All the journeys have to come to an end. You can’t take them on an endless ride. There are only a few hours your audience will allow you out of their busy schedule.So, you have to make it worthwhile. How? By just exposing the dramatic points of the hero’s journey. You can’t waste precious time of your audience showing inconsequential chores your hero undergoes every day. Try presenting that, and if it doesn’t help the story, you are gradually loosening your ‘engagement’ grip on them.
A story has to be told within a specific period. So, you have to squeeze in the entire journey in that temporal dimension. It doesn’t mean that you can’t have silent moments or long takes in a film. If there is a need or a purpose behind it, they can enhance your drama. It is like if you are given a white canvas, will you paint it all with colours or leave some blank or white spaces in it. Will you give it a single tone or put darker and lighter hues. The choice is yours. Ultimately your art has to make a connection. It can only make it if you know the technique to engage.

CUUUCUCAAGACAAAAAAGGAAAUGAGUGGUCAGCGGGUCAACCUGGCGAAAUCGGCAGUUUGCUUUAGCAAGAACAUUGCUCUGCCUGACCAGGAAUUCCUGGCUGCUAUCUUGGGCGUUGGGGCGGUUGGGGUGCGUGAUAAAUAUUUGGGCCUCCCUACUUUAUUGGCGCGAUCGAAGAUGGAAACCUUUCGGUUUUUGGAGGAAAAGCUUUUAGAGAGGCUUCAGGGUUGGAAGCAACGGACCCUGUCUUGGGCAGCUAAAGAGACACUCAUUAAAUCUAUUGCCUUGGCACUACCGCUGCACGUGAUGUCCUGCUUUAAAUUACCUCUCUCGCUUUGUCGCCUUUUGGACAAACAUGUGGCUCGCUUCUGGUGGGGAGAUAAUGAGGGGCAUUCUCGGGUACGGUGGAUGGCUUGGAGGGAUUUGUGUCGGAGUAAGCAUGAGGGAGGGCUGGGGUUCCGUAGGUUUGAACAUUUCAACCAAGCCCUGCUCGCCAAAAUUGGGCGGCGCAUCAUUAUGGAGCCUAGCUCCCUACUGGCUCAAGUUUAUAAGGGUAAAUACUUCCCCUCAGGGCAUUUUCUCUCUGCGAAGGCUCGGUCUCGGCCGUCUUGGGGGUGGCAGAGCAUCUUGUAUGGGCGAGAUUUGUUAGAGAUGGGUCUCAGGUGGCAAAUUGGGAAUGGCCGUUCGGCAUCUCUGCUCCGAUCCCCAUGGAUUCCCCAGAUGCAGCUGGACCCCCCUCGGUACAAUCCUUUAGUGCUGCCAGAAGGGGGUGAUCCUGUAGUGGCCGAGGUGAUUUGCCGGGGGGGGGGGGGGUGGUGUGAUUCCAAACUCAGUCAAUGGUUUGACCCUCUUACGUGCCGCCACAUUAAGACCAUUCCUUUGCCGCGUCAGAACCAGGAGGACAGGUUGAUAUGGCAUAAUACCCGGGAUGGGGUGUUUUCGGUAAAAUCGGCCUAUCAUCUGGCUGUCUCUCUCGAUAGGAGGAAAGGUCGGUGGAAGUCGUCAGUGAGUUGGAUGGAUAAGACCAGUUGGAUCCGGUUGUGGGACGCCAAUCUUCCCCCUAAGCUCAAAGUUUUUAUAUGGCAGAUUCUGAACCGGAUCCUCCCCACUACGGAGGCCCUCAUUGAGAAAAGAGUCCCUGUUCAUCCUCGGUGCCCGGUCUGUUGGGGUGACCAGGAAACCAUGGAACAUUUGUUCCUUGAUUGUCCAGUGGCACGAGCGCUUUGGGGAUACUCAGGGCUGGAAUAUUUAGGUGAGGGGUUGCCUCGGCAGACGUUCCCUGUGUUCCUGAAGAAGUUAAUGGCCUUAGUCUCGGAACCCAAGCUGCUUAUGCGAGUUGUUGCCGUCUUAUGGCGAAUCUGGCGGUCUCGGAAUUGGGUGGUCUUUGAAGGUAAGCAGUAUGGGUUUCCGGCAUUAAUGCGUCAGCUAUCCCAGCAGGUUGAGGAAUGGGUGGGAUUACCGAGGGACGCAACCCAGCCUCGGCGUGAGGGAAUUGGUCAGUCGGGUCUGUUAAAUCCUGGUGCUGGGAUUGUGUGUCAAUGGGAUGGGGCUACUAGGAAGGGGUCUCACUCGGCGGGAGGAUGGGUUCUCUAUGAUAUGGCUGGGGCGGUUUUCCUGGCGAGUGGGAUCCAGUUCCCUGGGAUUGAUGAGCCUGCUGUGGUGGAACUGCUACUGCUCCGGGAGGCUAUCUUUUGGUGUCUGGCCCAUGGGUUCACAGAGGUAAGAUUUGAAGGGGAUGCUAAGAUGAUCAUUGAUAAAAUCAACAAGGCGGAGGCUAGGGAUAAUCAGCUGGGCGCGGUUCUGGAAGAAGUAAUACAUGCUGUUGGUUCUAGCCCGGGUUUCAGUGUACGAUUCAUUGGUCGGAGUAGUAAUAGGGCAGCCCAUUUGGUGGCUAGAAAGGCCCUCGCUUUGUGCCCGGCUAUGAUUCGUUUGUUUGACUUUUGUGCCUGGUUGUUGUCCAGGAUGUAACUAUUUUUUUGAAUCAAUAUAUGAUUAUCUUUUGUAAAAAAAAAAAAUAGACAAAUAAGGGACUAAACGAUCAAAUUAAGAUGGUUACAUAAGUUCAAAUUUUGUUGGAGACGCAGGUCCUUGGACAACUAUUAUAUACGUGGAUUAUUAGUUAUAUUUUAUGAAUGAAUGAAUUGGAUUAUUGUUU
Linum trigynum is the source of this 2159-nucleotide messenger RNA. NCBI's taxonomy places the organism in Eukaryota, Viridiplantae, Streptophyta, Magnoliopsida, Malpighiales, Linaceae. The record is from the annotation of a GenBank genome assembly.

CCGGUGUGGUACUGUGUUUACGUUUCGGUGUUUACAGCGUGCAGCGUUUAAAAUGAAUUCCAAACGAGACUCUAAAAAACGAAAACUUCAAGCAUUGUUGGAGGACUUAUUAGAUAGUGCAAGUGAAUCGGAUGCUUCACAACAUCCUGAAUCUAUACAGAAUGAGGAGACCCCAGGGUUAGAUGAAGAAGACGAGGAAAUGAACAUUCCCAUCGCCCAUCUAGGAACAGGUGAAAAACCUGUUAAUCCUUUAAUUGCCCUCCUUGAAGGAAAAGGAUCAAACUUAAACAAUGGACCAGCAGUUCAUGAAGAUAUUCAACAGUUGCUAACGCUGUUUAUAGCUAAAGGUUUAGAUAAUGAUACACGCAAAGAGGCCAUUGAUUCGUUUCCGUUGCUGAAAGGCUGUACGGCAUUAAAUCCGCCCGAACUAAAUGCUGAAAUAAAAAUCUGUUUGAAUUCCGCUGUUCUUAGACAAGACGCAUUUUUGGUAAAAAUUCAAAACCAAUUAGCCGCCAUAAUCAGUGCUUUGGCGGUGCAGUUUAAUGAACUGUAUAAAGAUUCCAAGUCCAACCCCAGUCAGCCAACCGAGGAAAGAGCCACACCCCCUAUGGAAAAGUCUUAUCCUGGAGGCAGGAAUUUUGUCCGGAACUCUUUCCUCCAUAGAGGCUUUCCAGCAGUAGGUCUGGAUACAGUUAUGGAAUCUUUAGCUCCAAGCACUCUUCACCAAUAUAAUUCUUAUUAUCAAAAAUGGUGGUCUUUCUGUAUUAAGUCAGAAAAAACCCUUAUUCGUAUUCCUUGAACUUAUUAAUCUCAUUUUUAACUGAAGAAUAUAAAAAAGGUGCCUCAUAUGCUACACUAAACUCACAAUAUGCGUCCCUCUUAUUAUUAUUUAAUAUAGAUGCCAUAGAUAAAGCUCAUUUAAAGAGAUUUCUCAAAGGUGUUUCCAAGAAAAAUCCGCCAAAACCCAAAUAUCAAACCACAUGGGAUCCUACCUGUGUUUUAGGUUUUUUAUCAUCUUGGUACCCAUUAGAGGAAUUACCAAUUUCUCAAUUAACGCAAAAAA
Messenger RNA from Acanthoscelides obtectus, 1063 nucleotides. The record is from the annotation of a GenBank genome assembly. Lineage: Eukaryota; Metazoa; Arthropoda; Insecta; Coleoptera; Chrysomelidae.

This article is purely my take on the art of engagement. Please comment if you agree or disagree. I will highly appreciate if you can add your inputs on how to engage people with our stories. Let’s write and make better films.